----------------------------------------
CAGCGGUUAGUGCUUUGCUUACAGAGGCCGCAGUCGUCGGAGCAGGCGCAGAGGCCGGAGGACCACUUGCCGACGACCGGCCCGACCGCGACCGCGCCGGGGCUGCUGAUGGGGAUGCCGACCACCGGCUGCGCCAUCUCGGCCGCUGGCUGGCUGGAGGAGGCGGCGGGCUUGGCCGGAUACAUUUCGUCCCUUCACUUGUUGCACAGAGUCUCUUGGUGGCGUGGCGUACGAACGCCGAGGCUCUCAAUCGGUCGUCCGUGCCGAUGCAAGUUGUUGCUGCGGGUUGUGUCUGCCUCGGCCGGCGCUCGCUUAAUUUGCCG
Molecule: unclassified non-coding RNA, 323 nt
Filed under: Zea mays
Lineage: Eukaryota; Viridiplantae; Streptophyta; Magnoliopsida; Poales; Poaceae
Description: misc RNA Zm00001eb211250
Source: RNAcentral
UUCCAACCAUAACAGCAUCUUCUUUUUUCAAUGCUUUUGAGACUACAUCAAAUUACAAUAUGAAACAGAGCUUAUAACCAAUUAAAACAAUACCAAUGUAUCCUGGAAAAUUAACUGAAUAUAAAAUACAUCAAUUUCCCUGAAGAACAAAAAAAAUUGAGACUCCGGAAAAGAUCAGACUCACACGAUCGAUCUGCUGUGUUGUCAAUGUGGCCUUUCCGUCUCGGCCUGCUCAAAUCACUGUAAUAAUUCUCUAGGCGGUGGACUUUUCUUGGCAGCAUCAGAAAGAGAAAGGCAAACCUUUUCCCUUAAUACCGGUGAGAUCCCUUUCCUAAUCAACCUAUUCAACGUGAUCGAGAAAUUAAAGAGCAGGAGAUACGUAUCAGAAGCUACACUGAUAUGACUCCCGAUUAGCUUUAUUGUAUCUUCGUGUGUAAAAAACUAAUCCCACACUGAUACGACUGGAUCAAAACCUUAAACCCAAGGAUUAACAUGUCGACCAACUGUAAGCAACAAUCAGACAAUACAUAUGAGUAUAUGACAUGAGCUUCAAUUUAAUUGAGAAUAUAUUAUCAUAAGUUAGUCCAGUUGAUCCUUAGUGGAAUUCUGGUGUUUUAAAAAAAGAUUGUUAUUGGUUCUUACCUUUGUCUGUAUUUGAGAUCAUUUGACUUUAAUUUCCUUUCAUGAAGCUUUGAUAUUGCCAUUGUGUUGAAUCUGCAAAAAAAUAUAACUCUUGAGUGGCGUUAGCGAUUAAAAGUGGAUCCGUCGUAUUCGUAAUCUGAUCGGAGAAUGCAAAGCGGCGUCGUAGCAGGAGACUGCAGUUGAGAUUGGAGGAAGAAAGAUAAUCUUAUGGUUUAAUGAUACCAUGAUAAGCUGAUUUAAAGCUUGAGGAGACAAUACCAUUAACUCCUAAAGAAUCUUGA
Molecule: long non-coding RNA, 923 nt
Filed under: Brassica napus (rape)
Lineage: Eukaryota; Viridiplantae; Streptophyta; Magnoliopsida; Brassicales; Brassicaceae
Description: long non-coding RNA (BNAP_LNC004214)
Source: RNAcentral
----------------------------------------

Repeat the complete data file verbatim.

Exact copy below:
CAGCGGUUAGUGCUUUGCUUACAGAGGCCGCAGUCGUCGGAGCAGGCGCAGAGGCCGGAGGACCACUUGCCGACGACCGGCCCGACCGCGACCGCGCCGGGGCUGCUGAUGGGGAUGCCGACCACCGGCUGCGCCAUCUCGGCCGCUGGCUGGCUGGAGGAGGCGGCGGGCUUGGCCGGAUACAUUUCGUCCCUUCACUUGUUGCACAGAGUCUCUUGGUGGCGUGGCGUACGAACGCCGAGGCUCUCAAUCGGUCGUCCGUGCCGAUGCAAGUUGUUGCUGCGGGUUGUGUCUGCCUCGGCCGGCGCUCGCUUAAUUUGCCG
Molecule: unclassified non-coding RNA, 323 nt
Filed under: Zea mays
Lineage: Eukaryota; Viridiplantae; Streptophyta; Magnoliopsida; Poales; Poaceae
Description: misc RNA Zm00001eb211250
Source: RNAcentral
UUCCAACCAUAACAGCAUCUUCUUUUUUCAAUGCUUUUGAGACUACAUCAAAUUACAAUAUGAAACAGAGCUUAUAACCAAUUAAAACAAUACCAAUGUAUCCUGGAAAAUUAACUGAAUAUAAAAUACAUCAAUUUCCCUGAAGAACAAAAAAAAUUGAGACUCCGGAAAAGAUCAGACUCACACGAUCGAUCUGCUGUGUUGUCAAUGUGGCCUUUCCGUCUCGGCCUGCUCAAAUCACUGUAAUAAUUCUCUAGGCGGUGGACUUUUCUUGGCAGCAUCAGAAAGAGAAAGGCAAACCUUUUCCCUUAAUACCGGUGAGAUCCCUUUCCUAAUCAACCUAUUCAACGUGAUCGAGAAAUUAAAGAGCAGGAGAUACGUAUCAGAAGCUACACUGAUAUGACUCCCGAUUAGCUUUAUUGUAUCUUCGUGUGUAAAAAACUAAUCCCACACUGAUACGACUGGAUCAAAACCUUAAACCCAAGGAUUAACAUGUCGACCAACUGUAAGCAACAAUCAGACAAUACAUAUGAGUAUAUGACAUGAGCUUCAAUUUAAUUGAGAAUAUAUUAUCAUAAGUUAGUCCAGUUGAUCCUUAGUGGAAUUCUGGUGUUUUAAAAAAAGAUUGUUAUUGGUUCUUACCUUUGUCUGUAUUUGAGAUCAUUUGACUUUAAUUUCCUUUCAUGAAGCUUUGAUAUUGCCAUUGUGUUGAAUCUGCAAAAAAAUAUAACUCUUGAGUGGCGUUAGCGAUUAAAAGUGGAUCCGUCGUAUUCGUAAUCUGAUCGGAGAAUGCAAAGCGGCGUCGUAGCAGGAGACUGCAGUUGAGAUUGGAGGAAGAAAGAUAAUCUUAUGGUUUAAUGAUACCAUGAUAAGCUGAUUUAAAGCUUGAGGAGACAAUACCAUUAACUCCUAAAGAAUCUUGA
Molecule: long non-coding RNA, 923 nt
Filed under: Brassica napus (rape)
Lineage: Eukaryota; Viridiplantae; Streptophyta; Magnoliopsida; Brassicales; Brassicaceae
Description: long non-coding RNA (BNAP_LNC004214)
Source: RNAcentral